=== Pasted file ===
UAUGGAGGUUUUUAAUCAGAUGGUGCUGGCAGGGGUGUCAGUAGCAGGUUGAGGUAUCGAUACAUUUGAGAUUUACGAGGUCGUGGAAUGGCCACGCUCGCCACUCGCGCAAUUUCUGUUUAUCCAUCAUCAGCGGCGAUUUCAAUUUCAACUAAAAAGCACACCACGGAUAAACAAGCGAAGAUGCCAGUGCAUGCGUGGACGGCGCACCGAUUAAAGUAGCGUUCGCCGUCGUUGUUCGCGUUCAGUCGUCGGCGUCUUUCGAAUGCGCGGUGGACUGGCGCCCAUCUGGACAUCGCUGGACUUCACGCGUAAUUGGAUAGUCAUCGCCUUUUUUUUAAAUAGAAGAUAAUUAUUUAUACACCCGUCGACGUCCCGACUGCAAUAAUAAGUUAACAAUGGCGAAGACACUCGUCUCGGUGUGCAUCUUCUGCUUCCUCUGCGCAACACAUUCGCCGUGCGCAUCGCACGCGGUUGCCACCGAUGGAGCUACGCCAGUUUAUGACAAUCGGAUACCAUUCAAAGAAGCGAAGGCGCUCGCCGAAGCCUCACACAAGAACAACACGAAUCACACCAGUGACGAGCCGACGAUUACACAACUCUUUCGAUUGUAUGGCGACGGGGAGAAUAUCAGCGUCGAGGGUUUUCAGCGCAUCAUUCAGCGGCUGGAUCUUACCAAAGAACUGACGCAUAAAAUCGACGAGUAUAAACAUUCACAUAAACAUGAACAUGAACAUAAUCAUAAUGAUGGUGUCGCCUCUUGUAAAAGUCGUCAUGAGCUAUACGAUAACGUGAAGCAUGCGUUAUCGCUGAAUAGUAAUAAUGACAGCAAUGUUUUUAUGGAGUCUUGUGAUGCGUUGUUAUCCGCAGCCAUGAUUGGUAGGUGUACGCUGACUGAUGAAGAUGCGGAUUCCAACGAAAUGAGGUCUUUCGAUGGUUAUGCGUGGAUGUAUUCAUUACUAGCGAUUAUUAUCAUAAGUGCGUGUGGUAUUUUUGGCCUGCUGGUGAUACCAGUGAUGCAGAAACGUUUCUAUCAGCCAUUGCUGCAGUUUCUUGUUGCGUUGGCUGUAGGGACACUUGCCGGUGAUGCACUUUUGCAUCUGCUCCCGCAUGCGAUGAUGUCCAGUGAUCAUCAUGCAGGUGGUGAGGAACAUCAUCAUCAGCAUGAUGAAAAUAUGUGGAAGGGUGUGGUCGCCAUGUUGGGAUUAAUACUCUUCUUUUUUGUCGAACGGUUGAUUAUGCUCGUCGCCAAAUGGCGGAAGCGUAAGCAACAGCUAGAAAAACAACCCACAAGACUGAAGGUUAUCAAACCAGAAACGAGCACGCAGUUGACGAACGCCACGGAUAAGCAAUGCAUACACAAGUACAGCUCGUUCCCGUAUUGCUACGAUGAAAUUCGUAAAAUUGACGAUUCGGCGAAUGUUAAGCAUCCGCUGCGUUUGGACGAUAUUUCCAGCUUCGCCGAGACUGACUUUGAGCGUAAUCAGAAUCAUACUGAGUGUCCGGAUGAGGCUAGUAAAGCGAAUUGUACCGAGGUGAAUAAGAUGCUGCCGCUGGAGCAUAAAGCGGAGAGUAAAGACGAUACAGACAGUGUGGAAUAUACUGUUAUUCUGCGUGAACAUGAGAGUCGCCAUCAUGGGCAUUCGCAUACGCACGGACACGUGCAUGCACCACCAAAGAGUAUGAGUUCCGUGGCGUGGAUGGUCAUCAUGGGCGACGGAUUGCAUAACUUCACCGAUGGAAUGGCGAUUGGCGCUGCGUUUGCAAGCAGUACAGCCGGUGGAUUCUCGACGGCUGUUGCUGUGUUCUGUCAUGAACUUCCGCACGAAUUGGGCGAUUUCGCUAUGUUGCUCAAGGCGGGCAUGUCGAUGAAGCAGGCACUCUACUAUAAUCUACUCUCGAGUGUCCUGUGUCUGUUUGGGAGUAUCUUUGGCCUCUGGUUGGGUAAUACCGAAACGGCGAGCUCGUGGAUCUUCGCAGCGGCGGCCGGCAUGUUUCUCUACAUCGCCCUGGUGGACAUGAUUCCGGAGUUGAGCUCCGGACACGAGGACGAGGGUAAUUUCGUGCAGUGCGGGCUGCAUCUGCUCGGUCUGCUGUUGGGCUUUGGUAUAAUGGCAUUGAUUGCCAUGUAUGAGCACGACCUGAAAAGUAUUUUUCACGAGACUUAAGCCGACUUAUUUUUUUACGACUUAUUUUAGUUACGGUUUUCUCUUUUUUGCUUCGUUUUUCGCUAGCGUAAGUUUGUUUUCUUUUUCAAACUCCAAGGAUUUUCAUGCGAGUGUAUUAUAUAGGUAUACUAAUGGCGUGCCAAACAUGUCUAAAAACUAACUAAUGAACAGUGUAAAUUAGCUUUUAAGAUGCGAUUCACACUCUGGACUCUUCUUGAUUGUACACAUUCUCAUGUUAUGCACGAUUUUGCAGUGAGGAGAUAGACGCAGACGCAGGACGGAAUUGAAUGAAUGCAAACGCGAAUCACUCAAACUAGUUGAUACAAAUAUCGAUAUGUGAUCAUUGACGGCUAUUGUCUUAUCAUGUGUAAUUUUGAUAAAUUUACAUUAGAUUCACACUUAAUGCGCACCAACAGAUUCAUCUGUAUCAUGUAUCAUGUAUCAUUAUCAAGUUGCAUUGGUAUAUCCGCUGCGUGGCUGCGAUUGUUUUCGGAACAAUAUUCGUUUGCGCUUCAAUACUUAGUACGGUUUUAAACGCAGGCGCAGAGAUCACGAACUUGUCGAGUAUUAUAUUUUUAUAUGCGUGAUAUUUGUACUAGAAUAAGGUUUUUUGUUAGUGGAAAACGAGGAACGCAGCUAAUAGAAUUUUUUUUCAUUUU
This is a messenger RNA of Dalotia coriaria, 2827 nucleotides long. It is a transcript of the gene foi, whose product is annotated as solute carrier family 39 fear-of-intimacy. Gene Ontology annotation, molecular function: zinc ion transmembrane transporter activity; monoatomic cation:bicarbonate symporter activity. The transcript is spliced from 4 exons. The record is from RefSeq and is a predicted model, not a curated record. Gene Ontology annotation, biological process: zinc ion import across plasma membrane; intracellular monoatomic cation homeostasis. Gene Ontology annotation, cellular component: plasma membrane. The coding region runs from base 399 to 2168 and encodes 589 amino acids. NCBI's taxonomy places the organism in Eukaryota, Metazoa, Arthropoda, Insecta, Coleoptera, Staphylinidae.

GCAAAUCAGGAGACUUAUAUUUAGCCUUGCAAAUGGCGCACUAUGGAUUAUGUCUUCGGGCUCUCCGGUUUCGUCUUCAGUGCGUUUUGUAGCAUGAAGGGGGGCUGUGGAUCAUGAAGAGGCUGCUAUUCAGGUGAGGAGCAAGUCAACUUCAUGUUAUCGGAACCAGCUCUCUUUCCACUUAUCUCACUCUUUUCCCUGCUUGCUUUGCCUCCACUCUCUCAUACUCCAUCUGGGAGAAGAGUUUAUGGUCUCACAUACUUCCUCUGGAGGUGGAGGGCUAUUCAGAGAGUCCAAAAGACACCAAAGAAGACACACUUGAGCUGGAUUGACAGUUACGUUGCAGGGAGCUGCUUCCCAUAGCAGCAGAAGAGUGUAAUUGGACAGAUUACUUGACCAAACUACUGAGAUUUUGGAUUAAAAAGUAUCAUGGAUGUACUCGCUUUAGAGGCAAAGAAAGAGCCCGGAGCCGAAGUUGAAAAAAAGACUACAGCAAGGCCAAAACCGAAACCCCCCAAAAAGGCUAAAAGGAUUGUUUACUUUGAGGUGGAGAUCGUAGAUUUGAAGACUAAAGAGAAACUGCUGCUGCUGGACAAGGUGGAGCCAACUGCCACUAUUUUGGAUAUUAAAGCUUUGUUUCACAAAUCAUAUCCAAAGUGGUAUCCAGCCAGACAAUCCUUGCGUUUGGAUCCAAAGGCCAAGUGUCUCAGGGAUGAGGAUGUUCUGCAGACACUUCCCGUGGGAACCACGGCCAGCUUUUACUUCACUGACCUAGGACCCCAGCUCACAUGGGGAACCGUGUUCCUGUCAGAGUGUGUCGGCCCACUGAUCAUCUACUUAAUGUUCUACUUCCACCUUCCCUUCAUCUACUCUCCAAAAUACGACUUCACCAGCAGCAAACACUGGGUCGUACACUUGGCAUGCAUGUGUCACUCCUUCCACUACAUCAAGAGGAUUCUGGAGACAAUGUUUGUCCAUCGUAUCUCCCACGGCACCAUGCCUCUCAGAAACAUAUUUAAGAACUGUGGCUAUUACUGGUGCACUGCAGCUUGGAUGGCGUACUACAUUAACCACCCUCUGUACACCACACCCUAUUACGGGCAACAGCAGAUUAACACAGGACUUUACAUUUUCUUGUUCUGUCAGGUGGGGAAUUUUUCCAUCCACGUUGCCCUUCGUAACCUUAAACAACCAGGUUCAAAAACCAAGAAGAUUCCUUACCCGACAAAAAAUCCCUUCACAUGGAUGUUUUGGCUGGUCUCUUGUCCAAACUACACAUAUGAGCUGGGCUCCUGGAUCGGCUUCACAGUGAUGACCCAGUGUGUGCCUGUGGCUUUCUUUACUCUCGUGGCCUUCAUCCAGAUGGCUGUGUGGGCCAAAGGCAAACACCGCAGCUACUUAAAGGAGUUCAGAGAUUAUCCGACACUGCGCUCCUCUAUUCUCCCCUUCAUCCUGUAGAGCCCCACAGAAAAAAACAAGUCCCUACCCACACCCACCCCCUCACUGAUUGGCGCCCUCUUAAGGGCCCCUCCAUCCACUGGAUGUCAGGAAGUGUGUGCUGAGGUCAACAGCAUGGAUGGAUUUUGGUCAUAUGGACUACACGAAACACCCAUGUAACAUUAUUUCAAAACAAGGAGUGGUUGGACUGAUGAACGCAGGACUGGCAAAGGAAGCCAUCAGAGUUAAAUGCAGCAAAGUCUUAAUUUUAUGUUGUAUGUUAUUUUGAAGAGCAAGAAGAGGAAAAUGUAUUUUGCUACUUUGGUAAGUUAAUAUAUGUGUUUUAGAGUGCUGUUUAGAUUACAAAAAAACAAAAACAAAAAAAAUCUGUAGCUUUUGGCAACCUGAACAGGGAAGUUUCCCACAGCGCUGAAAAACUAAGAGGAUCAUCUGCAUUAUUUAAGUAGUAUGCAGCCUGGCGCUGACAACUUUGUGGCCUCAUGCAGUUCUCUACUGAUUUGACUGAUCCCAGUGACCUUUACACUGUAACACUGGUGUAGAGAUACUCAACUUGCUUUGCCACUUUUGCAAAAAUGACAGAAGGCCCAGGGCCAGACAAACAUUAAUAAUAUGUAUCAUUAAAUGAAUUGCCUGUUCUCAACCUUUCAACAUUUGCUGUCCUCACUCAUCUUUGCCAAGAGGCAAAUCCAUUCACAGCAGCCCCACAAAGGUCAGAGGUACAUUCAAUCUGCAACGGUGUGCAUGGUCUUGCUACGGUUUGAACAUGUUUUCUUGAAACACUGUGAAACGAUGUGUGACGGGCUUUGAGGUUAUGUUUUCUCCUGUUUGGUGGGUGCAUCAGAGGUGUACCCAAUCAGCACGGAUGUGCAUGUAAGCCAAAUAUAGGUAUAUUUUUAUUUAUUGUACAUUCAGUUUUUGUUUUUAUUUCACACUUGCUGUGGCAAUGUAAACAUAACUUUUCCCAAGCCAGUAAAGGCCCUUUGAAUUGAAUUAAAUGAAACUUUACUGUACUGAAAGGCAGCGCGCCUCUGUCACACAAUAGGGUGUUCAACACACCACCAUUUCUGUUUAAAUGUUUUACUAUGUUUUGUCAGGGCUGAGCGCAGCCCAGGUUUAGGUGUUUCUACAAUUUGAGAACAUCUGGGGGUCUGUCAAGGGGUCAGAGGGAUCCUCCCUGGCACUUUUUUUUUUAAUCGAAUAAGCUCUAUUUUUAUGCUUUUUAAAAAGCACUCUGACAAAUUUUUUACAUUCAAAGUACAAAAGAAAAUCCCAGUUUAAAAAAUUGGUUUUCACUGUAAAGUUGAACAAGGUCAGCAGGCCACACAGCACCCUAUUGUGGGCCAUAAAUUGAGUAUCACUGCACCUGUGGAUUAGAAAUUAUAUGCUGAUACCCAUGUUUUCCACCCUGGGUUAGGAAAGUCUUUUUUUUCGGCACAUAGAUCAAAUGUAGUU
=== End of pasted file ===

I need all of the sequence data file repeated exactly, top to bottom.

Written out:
UAUGGAGGUUUUUAAUCAGAUGGUGCUGGCAGGGGUGUCAGUAGCAGGUUGAGGUAUCGAUACAUUUGAGAUUUACGAGGUCGUGGAAUGGCCACGCUCGCCACUCGCGCAAUUUCUGUUUAUCCAUCAUCAGCGGCGAUUUCAAUUUCAACUAAAAAGCACACCACGGAUAAACAAGCGAAGAUGCCAGUGCAUGCGUGGACGGCGCACCGAUUAAAGUAGCGUUCGCCGUCGUUGUUCGCGUUCAGUCGUCGGCGUCUUUCGAAUGCGCGGUGGACUGGCGCCCAUCUGGACAUCGCUGGACUUCACGCGUAAUUGGAUAGUCAUCGCCUUUUUUUUAAAUAGAAGAUAAUUAUUUAUACACCCGUCGACGUCCCGACUGCAAUAAUAAGUUAACAAUGGCGAAGACACUCGUCUCGGUGUGCAUCUUCUGCUUCCUCUGCGCAACACAUUCGCCGUGCGCAUCGCACGCGGUUGCCACCGAUGGAGCUACGCCAGUUUAUGACAAUCGGAUACCAUUCAAAGAAGCGAAGGCGCUCGCCGAAGCCUCACACAAGAACAACACGAAUCACACCAGUGACGAGCCGACGAUUACACAACUCUUUCGAUUGUAUGGCGACGGGGAGAAUAUCAGCGUCGAGGGUUUUCAGCGCAUCAUUCAGCGGCUGGAUCUUACCAAAGAACUGACGCAUAAAAUCGACGAGUAUAAACAUUCACAUAAACAUGAACAUGAACAUAAUCAUAAUGAUGGUGUCGCCUCUUGUAAAAGUCGUCAUGAGCUAUACGAUAACGUGAAGCAUGCGUUAUCGCUGAAUAGUAAUAAUGACAGCAAUGUUUUUAUGGAGUCUUGUGAUGCGUUGUUAUCCGCAGCCAUGAUUGGUAGGUGUACGCUGACUGAUGAAGAUGCGGAUUCCAACGAAAUGAGGUCUUUCGAUGGUUAUGCGUGGAUGUAUUCAUUACUAGCGAUUAUUAUCAUAAGUGCGUGUGGUAUUUUUGGCCUGCUGGUGAUACCAGUGAUGCAGAAACGUUUCUAUCAGCCAUUGCUGCAGUUUCUUGUUGCGUUGGCUGUAGGGACACUUGCCGGUGAUGCACUUUUGCAUCUGCUCCCGCAUGCGAUGAUGUCCAGUGAUCAUCAUGCAGGUGGUGAGGAACAUCAUCAUCAGCAUGAUGAAAAUAUGUGGAAGGGUGUGGUCGCCAUGUUGGGAUUAAUACUCUUCUUUUUUGUCGAACGGUUGAUUAUGCUCGUCGCCAAAUGGCGGAAGCGUAAGCAACAGCUAGAAAAACAACCCACAAGACUGAAGGUUAUCAAACCAGAAACGAGCACGCAGUUGACGAACGCCACGGAUAAGCAAUGCAUACACAAGUACAGCUCGUUCCCGUAUUGCUACGAUGAAAUUCGUAAAAUUGACGAUUCGGCGAAUGUUAAGCAUCCGCUGCGUUUGGACGAUAUUUCCAGCUUCGCCGAGACUGACUUUGAGCGUAAUCAGAAUCAUACUGAGUGUCCGGAUGAGGCUAGUAAAGCGAAUUGUACCGAGGUGAAUAAGAUGCUGCCGCUGGAGCAUAAAGCGGAGAGUAAAGACGAUACAGACAGUGUGGAAUAUACUGUUAUUCUGCGUGAACAUGAGAGUCGCCAUCAUGGGCAUUCGCAUACGCACGGACACGUGCAUGCACCACCAAAGAGUAUGAGUUCCGUGGCGUGGAUGGUCAUCAUGGGCGACGGAUUGCAUAACUUCACCGAUGGAAUGGCGAUUGGCGCUGCGUUUGCAAGCAGUACAGCCGGUGGAUUCUCGACGGCUGUUGCUGUGUUCUGUCAUGAACUUCCGCACGAAUUGGGCGAUUUCGCUAUGUUGCUCAAGGCGGGCAUGUCGAUGAAGCAGGCACUCUACUAUAAUCUACUCUCGAGUGUCCUGUGUCUGUUUGGGAGUAUCUUUGGCCUCUGGUUGGGUAAUACCGAAACGGCGAGCUCGUGGAUCUUCGCAGCGGCGGCCGGCAUGUUUCUCUACAUCGCCCUGGUGGACAUGAUUCCGGAGUUGAGCUCCGGACACGAGGACGAGGGUAAUUUCGUGCAGUGCGGGCUGCAUCUGCUCGGUCUGCUGUUGGGCUUUGGUAUAAUGGCAUUGAUUGCCAUGUAUGAGCACGACCUGAAAAGUAUUUUUCACGAGACUUAAGCCGACUUAUUUUUUUACGACUUAUUUUAGUUACGGUUUUCUCUUUUUUGCUUCGUUUUUCGCUAGCGUAAGUUUGUUUUCUUUUUCAAACUCCAAGGAUUUUCAUGCGAGUGUAUUAUAUAGGUAUACUAAUGGCGUGCCAAACAUGUCUAAAAACUAACUAAUGAACAGUGUAAAUUAGCUUUUAAGAUGCGAUUCACACUCUGGACUCUUCUUGAUUGUACACAUUCUCAUGUUAUGCACGAUUUUGCAGUGAGGAGAUAGACGCAGACGCAGGACGGAAUUGAAUGAAUGCAAACGCGAAUCACUCAAACUAGUUGAUACAAAUAUCGAUAUGUGAUCAUUGACGGCUAUUGUCUUAUCAUGUGUAAUUUUGAUAAAUUUACAUUAGAUUCACACUUAAUGCGCACCAACAGAUUCAUCUGUAUCAUGUAUCAUGUAUCAUUAUCAAGUUGCAUUGGUAUAUCCGCUGCGUGGCUGCGAUUGUUUUCGGAACAAUAUUCGUUUGCGCUUCAAUACUUAGUACGGUUUUAAACGCAGGCGCAGAGAUCACGAACUUGUCGAGUAUUAUAUUUUUAUAUGCGUGAUAUUUGUACUAGAAUAAGGUUUUUUGUUAGUGGAAAACGAGGAACGCAGCUAAUAGAAUUUUUUUUCAUUUU
This is a messenger RNA of Dalotia coriaria, 2827 nucleotides long. It is a transcript of the gene foi, whose product is annotated as solute carrier family 39 fear-of-intimacy. Gene Ontology annotation, molecular function: zinc ion transmembrane transporter activity; monoatomic cation:bicarbonate symporter activity. The transcript is spliced from 4 exons. The record is from RefSeq and is a predicted model, not a curated record. Gene Ontology annotation, biological process: zinc ion import across plasma membrane; intracellular monoatomic cation homeostasis. Gene Ontology annotation, cellular component: plasma membrane. The coding region runs from base 399 to 2168 and encodes 589 amino acids. NCBI's taxonomy places the organism in Eukaryota, Metazoa, Arthropoda, Insecta, Coleoptera, Staphylinidae.

GCAAAUCAGGAGACUUAUAUUUAGCCUUGCAAAUGGCGCACUAUGGAUUAUGUCUUCGGGCUCUCCGGUUUCGUCUUCAGUGCGUUUUGUAGCAUGAAGGGGGGCUGUGGAUCAUGAAGAGGCUGCUAUUCAGGUGAGGAGCAAGUCAACUUCAUGUUAUCGGAACCAGCUCUCUUUCCACUUAUCUCACUCUUUUCCCUGCUUGCUUUGCCUCCACUCUCUCAUACUCCAUCUGGGAGAAGAGUUUAUGGUCUCACAUACUUCCUCUGGAGGUGGAGGGCUAUUCAGAGAGUCCAAAAGACACCAAAGAAGACACACUUGAGCUGGAUUGACAGUUACGUUGCAGGGAGCUGCUUCCCAUAGCAGCAGAAGAGUGUAAUUGGACAGAUUACUUGACCAAACUACUGAGAUUUUGGAUUAAAAAGUAUCAUGGAUGUACUCGCUUUAGAGGCAAAGAAAGAGCCCGGAGCCGAAGUUGAAAAAAAGACUACAGCAAGGCCAAAACCGAAACCCCCCAAAAAGGCUAAAAGGAUUGUUUACUUUGAGGUGGAGAUCGUAGAUUUGAAGACUAAAGAGAAACUGCUGCUGCUGGACAAGGUGGAGCCAACUGCCACUAUUUUGGAUAUUAAAGCUUUGUUUCACAAAUCAUAUCCAAAGUGGUAUCCAGCCAGACAAUCCUUGCGUUUGGAUCCAAAGGCCAAGUGUCUCAGGGAUGAGGAUGUUCUGCAGACACUUCCCGUGGGAACCACGGCCAGCUUUUACUUCACUGACCUAGGACCCCAGCUCACAUGGGGAACCGUGUUCCUGUCAGAGUGUGUCGGCCCACUGAUCAUCUACUUAAUGUUCUACUUCCACCUUCCCUUCAUCUACUCUCCAAAAUACGACUUCACCAGCAGCAAACACUGGGUCGUACACUUGGCAUGCAUGUGUCACUCCUUCCACUACAUCAAGAGGAUUCUGGAGACAAUGUUUGUCCAUCGUAUCUCCCACGGCACCAUGCCUCUCAGAAACAUAUUUAAGAACUGUGGCUAUUACUGGUGCACUGCAGCUUGGAUGGCGUACUACAUUAACCACCCUCUGUACACCACACCCUAUUACGGGCAACAGCAGAUUAACACAGGACUUUACAUUUUCUUGUUCUGUCAGGUGGGGAAUUUUUCCAUCCACGUUGCCCUUCGUAACCUUAAACAACCAGGUUCAAAAACCAAGAAGAUUCCUUACCCGACAAAAAAUCCCUUCACAUGGAUGUUUUGGCUGGUCUCUUGUCCAAACUACACAUAUGAGCUGGGCUCCUGGAUCGGCUUCACAGUGAUGACCCAGUGUGUGCCUGUGGCUUUCUUUACUCUCGUGGCCUUCAUCCAGAUGGCUGUGUGGGCCAAAGGCAAACACCGCAGCUACUUAAAGGAGUUCAGAGAUUAUCCGACACUGCGCUCCUCUAUUCUCCCCUUCAUCCUGUAGAGCCCCACAGAAAAAAACAAGUCCCUACCCACACCCACCCCCUCACUGAUUGGCGCCCUCUUAAGGGCCCCUCCAUCCACUGGAUGUCAGGAAGUGUGUGCUGAGGUCAACAGCAUGGAUGGAUUUUGGUCAUAUGGACUACACGAAACACCCAUGUAACAUUAUUUCAAAACAAGGAGUGGUUGGACUGAUGAACGCAGGACUGGCAAAGGAAGCCAUCAGAGUUAAAUGCAGCAAAGUCUUAAUUUUAUGUUGUAUGUUAUUUUGAAGAGCAAGAAGAGGAAAAUGUAUUUUGCUACUUUGGUAAGUUAAUAUAUGUGUUUUAGAGUGCUGUUUAGAUUACAAAAAAACAAAAACAAAAAAAAUCUGUAGCUUUUGGCAACCUGAACAGGGAAGUUUCCCACAGCGCUGAAAAACUAAGAGGAUCAUCUGCAUUAUUUAAGUAGUAUGCAGCCUGGCGCUGACAACUUUGUGGCCUCAUGCAGUUCUCUACUGAUUUGACUGAUCCCAGUGACCUUUACACUGUAACACUGGUGUAGAGAUACUCAACUUGCUUUGCCACUUUUGCAAAAAUGACAGAAGGCCCAGGGCCAGACAAACAUUAAUAAUAUGUAUCAUUAAAUGAAUUGCCUGUUCUCAACCUUUCAACAUUUGCUGUCCUCACUCAUCUUUGCCAAGAGGCAAAUCCAUUCACAGCAGCCCCACAAAGGUCAGAGGUACAUUCAAUCUGCAACGGUGUGCAUGGUCUUGCUACGGUUUGAACAUGUUUUCUUGAAACACUGUGAAACGAUGUGUGACGGGCUUUGAGGUUAUGUUUUCUCCUGUUUGGUGGGUGCAUCAGAGGUGUACCCAAUCAGCACGGAUGUGCAUGUAAGCCAAAUAUAGGUAUAUUUUUAUUUAUUGUACAUUCAGUUUUUGUUUUUAUUUCACACUUGCUGUGGCAAUGUAAACAUAACUUUUCCCAAGCCAGUAAAGGCCCUUUGAAUUGAAUUAAAUGAAACUUUACUGUACUGAAAGGCAGCGCGCCUCUGUCACACAAUAGGGUGUUCAACACACCACCAUUUCUGUUUAAAUGUUUUACUAUGUUUUGUCAGGGCUGAGCGCAGCCCAGGUUUAGGUGUUUCUACAAUUUGAGAACAUCUGGGGGUCUGUCAAGGGGUCAGAGGGAUCCUCCCUGGCACUUUUUUUUUUAAUCGAAUAAGCUCUAUUUUUAUGCUUUUUAAAAAGCACUCUGACAAAUUUUUUACAUUCAAAGUACAAAAGAAAAUCCCAGUUUAAAAAAUUGGUUUUCACUGUAAAGUUGAACAAGGUCAGCAGGCCACACAGCACCCUAUUGUGGGCCAUAAAUUGAGUAUCACUGCACCUGUGGAUUAGAAAUUAUAUGCUGAUACCCAUGUUUUCCACCCUGGGUUAGGAAAGUCUUUUUUUUCGGCACAUAGAUCAAAUGUAGUU